Tuesday, March 24, 2015

Is there inflation 'crabgrass' in your retirement planning? Deal with it.

"Inflation is the crabgrass in your savings," Robert Orben, (1927 - ) American comedy writer.

Editor's note: Here a new report from the Wall Street Journal about the rising cost of drugs for those in Medicare Part D, which is supposed to cover those costs. click here.

Believe it or not, a little bit of inflation is a good thing. It means the economy is perking along. It means consumers like you and I have the confidence to buy stuff. It means that producers and retailers can expand their businesses, add workers and hand out pay raises. That’s because they believe they can cover higher operating costs and still earn a profit by improving efficiencies and by raising their prices.

Inflation is a natural part of a functioning capitalistic society. (Just ask the Federal Reserve Bank). For the past gazillion years the average annual U.S. inflation rate has been running at about 2 percent. That means that a “market basket” of consumer items as determined and measured by the U.S. Bureau of Labor Statistics increases in cost by 2 cents per $1 every year.

Over time these small annual inflationary cost increases can take a serious bite out of your buying power, now and in retirement.

Let’s look at the Portland, Ore. metro area near my home. From 1987 through 2014, the annual inflation rate in Portland has been as high as 5.6 percent in 1990 and as low as 0.8 percent in 2002 and 0.1 percent in 2009. In 2014, Portland’s Consumer Price Index (inflation rate) rose an overall 2.3 percent.

Within that number, prices for specific items jump around.

Last year in the 12 months through December, food prices rose 2.8 percent while rental housing costs increased by 4.7 percent (mostly because of apartment rent increases). Energy costs dropped because of lower gasoline prices but those lower prices were mitigated the rising cost of electricity, which jumped 7.2 percent as utilities raised rates to cover the cost of new power projects in our region.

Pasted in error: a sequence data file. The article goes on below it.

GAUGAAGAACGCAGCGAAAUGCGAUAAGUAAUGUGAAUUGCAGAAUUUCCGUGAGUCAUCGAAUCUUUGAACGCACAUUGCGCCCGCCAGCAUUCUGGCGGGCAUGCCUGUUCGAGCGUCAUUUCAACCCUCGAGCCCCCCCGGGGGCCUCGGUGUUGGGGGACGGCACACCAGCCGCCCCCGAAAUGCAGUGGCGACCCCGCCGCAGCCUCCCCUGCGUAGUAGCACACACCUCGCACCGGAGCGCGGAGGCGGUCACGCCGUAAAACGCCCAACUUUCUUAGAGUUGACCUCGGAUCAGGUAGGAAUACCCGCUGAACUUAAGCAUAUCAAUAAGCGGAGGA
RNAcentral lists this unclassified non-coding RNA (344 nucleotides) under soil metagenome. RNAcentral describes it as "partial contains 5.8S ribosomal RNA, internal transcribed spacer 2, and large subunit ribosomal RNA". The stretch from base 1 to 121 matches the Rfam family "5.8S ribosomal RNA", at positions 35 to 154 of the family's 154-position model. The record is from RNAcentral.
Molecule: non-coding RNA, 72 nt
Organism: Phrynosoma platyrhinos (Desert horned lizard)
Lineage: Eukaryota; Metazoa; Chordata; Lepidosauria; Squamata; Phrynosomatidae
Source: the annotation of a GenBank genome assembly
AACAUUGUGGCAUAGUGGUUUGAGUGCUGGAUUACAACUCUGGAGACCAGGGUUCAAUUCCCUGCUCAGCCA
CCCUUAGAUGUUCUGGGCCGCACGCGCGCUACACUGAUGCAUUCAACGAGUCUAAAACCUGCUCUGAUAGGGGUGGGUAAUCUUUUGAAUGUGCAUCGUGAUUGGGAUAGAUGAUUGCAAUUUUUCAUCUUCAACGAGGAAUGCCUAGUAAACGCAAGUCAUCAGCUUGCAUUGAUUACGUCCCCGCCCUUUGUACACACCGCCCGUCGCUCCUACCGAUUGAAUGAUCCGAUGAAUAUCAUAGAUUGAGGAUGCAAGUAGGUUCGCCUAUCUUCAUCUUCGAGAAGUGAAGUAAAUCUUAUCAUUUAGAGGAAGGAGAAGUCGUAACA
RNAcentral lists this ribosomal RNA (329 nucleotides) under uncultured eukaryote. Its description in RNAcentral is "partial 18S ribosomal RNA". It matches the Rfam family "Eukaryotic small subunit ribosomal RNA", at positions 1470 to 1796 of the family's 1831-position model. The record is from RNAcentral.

Inflation’s long-term impact

In Portland, a market basket of goods and services that cost about $100 in 1987 now costs $242! So over the long term, inflation eats away at our buying power. A great lament of our current economy is that wages in the past 10 years have not kept pace with the increasing cost of living. While prices for such items as food, energy and housing have been going up, employers have not been willing to raise employee pay. Now we are seeing more local and state governments take on the politically popular idea of raising minimum wages. (But I am getting off topic).

In reality, if you are NOT getting at least a 2 percent raise every year, you are losing ground to inflation. But even a 2 percent annual raise means only that you are treading water. If you haven’t received a raise in say, the past 10 years, you’ve lost about 20 percent of your purchasing power thanks to inflation and the rising cost of living.

Inflation in retirement

The same goes for those planning for retirement or who already are living in retirement. If your investments are not producing income of at least 2 percent a year, you are getting poorer. Thoughtful investors must take inflation into account as they figure out an ongoing retirement financial strategy. Like death and taxes, inflation is here to stay unless you live in Japan where prices have been in decline. Our Federal Reserve Banking System does NOT want that to happen. Deflation throws ice water on the economy ---consumers stop spending, producers stop growing and adding jobs.
Don’t ignore inflation, deal with it.

Tips from investment experts on managing inflation

- Balance investment safety with a reasonable return. The S&P 500 has provided a dividend yield averaging 1.92 percent a year for the past 30 years. Add on increases in share value and you’ve got nice asset growth over the long-term. Keep some cash in reserve so you don’t have to sell principle to groceries or a new car when stock markets are in decline.

- Consider Treasury Inflation-Protected Securities or TIPS bonds to guarantee a return that rises along with the inflation rate.

- Own real estate that over time increases in value. Your borrowed mortgage money gets cheaper as your home increases in market value, points out William Baldwin at Forbes.com.

- Consider buying individual blue-chip stocks with a good dividend of around 3 percent a year. Avoid high-paying dividend stocks…higher dividends mean higher risk.

- Delay Social Security and give yourself an 8 percent raise in benefits every year until age 70 ½. You get a bigger monthly retirement check, which is inflation-protected. Authors Larry Kotlikoff, Philip Moeller and Paul Solman have written "Get What's Yours: The Secrets of Maxing Out Your Social Security. You can download it for $10.49 to your Kindle or buy a hardcover for $11.99 special at Amazon.com. Click here.

For more:
"What is inflation and how does the Federal Reserve evaluate changes in the rate of inflation?" click here.
"Smart Equities for Creeping US Inflation," click here.
"Seven Ways to Beat Inflation," click here.
"How to Deal with Inflation Risk in Retirement, " click here.

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